This article by Charles Townes from 1983 discusses the optimum frequency we should use to listen at for ETI. It discusses how all the previous SETI searches have focussed in the microwave due to the obsession with the water – hole and the potential ‘fallacy’ of this obsession. It must be noted that this article was written in 1983, before many of the technological advancements of the 21st century.
The author talks about how the diffraction limit affects observations, and the advantage of directed observations over a beamed observation. It also suggests that the transmitter might want to correct for barycentric movement to ensure that the signal is in the ‘rest frame’, and then the receiver could correct for their respective motion. I believe this drift is an important factor that needs to be taken into account when we decide the bandwidth of future SETI searches (cue: Sofia’s project).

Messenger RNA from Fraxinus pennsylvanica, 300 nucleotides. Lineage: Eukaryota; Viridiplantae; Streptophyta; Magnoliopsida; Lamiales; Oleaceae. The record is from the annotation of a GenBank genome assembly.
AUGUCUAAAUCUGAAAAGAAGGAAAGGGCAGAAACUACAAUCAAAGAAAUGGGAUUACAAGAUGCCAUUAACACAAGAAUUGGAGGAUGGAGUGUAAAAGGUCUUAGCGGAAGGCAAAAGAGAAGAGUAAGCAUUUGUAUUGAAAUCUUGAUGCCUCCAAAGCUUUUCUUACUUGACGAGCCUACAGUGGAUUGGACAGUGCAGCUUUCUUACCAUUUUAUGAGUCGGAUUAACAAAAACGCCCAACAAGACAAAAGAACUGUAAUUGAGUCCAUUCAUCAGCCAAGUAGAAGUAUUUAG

To differentiate between the microwave and the infrared, the author compares the detectors available and the background contributions in the two domains. Since the diffraction limited solid angle is different in the two regimes, the background plays a higher role in the microwave and radio.
The suggestions of the paper have aged though since photon counters are no longer the most sensitive means of detecting optical and IR light. It does not extrapolate into the future for potential telescope primary sizes, however the detector assumptions made have fallen way by the side due to advancements in the field.
All that being said, I believe this paper is important as it is the first one which goads us to not be myopic and consider looking outside the water-hole (21cm) for communication with ET.